miRNA target network which connected pivotal miRNAs and mRNAs based on their regulative relations (S1 Fig) was a common tool for data visualization in miRNA profiling analysis. Whereas such type of network was frequently challenged due to hardly explicitly reflect which specific biological functions the changed miRNAs could possibly exert influence on. Meanwhile, massive unenriched mRNAs often led to poor visualization of network. We therefore constructed miRNA-enrichment term interaction networks to overcome the above disadvantages. Fig 6 selected BP terms as samples, and networks based on other definitions could be seen in S2 and S3 Figs. In present networks, the relevance between miRNA and biological functions was represented by the “score” value (the size of edge between miRNA and enrichment term in Fig 6), and the value referred to the numbers of target genes from one single miRNA. The outputs of different networks could be slightly influenced by their different term definitions. In general, dre-miR-301b, -142a, -144, and rno-miR-33, were highly focused in network of downregulated miRNAs, while dre-miR-735 and mmu-miR-6240 were in network of upregulated miRNAs. Fig 6 also revealed the potential roles of upregulated miRNAs in BDE47-induced phenotypes.
(A) downregulated miRNAs. (B) upregulated miRNAs. Green: downregulated; red: upregulated. The color depths of circular nodes indicated the enrichment values of BP terms by functional enrichment analysis. The widths of edges indicated the gene numbers in BP terms regulated by source miRNAs.
Potential critical roles of miRNAs in BDE47-related toxicity
Our constructed networks helped us to identify several candidate miRNAs in the biological effects induced by BDE47. In upregulated miRNAs, non-conservative Dicer-independent miR-735 was especially worth noting, which mostly accumulated in central nervous system although its distribution was known throughout the whole body of zebrafish . Significant expression changes of miR-735 were also found in ethanol- and PFOS-exposed zebrafish larvae [22,23], reflecting this expression change was somehow universal. The functions of miR-735 could not be interpreted previously due to the lack of information. Here we addressed its potential characters in zebrafish neural and sensory development, which probably served as an indicator of pollutants exposure.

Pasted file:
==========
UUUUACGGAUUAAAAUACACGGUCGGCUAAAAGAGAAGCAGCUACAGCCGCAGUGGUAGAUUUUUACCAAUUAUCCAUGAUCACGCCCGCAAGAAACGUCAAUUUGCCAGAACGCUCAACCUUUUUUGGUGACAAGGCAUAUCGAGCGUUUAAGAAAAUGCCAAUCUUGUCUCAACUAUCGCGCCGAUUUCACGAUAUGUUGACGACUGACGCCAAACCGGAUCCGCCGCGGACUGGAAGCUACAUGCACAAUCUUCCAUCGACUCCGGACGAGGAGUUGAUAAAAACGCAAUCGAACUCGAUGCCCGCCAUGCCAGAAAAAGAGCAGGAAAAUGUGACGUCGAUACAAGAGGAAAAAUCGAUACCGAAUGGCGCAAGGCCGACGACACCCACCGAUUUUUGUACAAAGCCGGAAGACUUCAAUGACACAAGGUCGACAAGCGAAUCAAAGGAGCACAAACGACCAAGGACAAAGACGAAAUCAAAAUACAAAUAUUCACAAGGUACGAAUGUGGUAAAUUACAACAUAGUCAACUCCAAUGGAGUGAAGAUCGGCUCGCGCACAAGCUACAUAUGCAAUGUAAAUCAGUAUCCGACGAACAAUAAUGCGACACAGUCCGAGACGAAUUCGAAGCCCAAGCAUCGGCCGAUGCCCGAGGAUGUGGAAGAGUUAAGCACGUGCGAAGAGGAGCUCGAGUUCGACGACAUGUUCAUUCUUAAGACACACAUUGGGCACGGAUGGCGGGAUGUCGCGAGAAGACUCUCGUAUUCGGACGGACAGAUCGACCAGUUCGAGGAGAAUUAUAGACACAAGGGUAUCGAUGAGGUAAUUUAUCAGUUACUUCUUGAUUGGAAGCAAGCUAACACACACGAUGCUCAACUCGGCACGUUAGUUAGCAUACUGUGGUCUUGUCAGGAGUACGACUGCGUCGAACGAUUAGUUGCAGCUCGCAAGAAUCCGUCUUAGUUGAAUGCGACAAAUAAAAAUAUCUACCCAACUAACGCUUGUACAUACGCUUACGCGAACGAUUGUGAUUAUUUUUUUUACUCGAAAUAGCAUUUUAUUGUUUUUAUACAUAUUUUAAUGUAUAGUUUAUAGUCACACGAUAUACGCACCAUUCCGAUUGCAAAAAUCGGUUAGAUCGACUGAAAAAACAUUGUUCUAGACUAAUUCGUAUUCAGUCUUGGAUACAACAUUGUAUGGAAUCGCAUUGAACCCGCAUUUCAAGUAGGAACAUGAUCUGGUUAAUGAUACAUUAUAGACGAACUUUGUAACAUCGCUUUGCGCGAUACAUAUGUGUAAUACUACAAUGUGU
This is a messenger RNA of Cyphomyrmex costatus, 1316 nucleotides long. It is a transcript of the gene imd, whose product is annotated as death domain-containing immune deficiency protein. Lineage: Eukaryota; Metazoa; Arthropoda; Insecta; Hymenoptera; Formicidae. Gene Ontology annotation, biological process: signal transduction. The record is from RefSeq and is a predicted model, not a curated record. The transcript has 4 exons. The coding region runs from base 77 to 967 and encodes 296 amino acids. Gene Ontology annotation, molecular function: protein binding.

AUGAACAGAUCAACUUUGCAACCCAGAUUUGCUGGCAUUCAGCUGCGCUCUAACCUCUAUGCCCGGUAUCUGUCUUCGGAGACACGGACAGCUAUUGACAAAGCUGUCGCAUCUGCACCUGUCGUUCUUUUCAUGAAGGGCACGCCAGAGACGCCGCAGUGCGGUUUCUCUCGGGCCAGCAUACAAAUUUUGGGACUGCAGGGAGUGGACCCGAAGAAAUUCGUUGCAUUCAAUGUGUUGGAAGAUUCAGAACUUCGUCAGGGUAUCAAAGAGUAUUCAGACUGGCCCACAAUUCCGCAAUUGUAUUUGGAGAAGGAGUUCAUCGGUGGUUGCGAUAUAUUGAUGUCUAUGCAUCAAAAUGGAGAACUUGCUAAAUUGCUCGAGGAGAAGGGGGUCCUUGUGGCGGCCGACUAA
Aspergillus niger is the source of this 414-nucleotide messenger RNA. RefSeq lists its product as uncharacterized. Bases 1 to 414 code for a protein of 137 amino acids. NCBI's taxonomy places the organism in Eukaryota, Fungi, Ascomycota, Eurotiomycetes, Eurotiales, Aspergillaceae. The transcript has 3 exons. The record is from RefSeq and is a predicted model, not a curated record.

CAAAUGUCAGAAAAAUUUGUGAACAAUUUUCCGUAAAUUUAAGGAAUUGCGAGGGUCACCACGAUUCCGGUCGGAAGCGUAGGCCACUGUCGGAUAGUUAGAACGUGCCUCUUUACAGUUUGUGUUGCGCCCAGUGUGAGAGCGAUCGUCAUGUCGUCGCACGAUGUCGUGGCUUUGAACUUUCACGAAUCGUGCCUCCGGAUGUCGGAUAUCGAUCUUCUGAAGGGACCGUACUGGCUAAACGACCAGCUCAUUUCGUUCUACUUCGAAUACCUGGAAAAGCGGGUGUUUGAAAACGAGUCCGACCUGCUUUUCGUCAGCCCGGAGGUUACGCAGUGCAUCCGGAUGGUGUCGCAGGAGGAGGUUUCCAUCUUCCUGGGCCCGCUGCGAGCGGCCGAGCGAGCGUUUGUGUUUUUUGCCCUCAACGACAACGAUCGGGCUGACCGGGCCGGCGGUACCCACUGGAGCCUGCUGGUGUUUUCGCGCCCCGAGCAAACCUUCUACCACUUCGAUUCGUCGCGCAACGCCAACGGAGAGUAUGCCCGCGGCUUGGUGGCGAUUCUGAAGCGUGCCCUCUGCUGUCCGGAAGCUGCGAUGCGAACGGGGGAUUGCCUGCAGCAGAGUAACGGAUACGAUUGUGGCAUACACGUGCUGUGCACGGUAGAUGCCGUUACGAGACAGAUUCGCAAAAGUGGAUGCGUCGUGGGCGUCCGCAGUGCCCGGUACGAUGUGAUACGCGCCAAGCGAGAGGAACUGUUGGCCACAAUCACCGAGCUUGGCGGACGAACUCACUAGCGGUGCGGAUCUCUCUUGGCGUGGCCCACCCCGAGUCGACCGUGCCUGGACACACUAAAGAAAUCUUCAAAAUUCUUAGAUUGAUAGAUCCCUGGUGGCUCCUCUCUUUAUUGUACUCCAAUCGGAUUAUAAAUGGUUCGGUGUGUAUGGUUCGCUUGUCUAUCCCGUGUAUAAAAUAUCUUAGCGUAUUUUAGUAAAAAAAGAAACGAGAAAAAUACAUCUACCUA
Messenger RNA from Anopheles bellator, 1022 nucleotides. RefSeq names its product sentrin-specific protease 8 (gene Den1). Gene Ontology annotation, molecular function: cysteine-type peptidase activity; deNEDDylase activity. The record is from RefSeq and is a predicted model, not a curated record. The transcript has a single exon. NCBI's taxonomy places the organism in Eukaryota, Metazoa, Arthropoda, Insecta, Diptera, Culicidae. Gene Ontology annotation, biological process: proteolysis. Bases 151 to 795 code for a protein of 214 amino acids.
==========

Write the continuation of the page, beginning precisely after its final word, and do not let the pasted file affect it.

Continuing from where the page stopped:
Unlike upregulated, downregulated miRNAs had more amounts and relatively even expression changes. One of them, miR-301b, belonged to miR-130 family, which was regarded as an oncogene and abnormally expressed in lung, breast and many other cancers [24–26]. MiR-301 also regulated the expression of key proteins involved in cholesterol homeostasis and blood lipid levels , consistent with what was indicated in S3 Fig. Although the research realm of miR-142a centered on cardiovascular and immune system [28,29], evidences suggested its renal-associated actions . In addition, miR-142a was major constituent of mitochondrion-enriched miRNAs in response to nerve tissue injury . The functions of downregulated miRNAs from our analysis were more uncertain than upregulated ones, and further investigation and validation were needed.
Finally, we identified two novel miRNAs, which were mapped into rodent miRNAs rno-miR-33-5p and mmu-miR-6240, and established their importance in BDE47’s toxicity by functional analysis. The existed information about mmu-miR-6240 was still inadequate, and it was estimated to exert functions in zebrafish neural and skeletal development based on our analysis, however its expression amounts were far less than miR-735. The utmost concern about miR-33 was its ability to regulate cellular cholesterol transport and maintain plasma HDL levels , which highly related with the physiological role of miR-301b. In our results, its potential functions in metabolism, neuron apoptosis, and stress response were identified.
A growing consensus is that the analysis of miRNA and various other regulatory factors in gene expression events should be integrated with their target genes . The integration also aggravated the dependence on annotation integrity because even for those non-mammalian model organisms like zebrafish, they have quite incomplete miRNA database. On the other side, genes were unable to indicate actual biological effects unless they were functionally enriched. Considering miRNA-mRNA network and functional enrichment were commonly separated in current protocols, we hoped to construct a direct association between miRNAs and functional enrichment terms. By means of our analysis strategy, miR-735 was proposed to be main contributor participating in BDE47-induced effects of larval neural and sensory development.
The toxicity of PBDEs has been a research focus of ecotoxicology for many years. Following their disruption to animal thyroid hormones and neurobehavioral development, the representative BDE47 was found to impair visual perception and bone morphology. This study emphasized the regulatory roles of miRNAs corresponding to existed transcriptomic analysis of BDE47 . The disruption of BDE47 on larval neural, sensory, and bone development was proved to be facilitated by several miRNAs, and the evidences of PBDEs’ effects on lipid metabolism of early zebrafish larvae began to emerge. Organisms seemed to have some common biological responses to pollutants, particularly in their early lives.
Materials and Methods
Chemicals and zebrafish exposure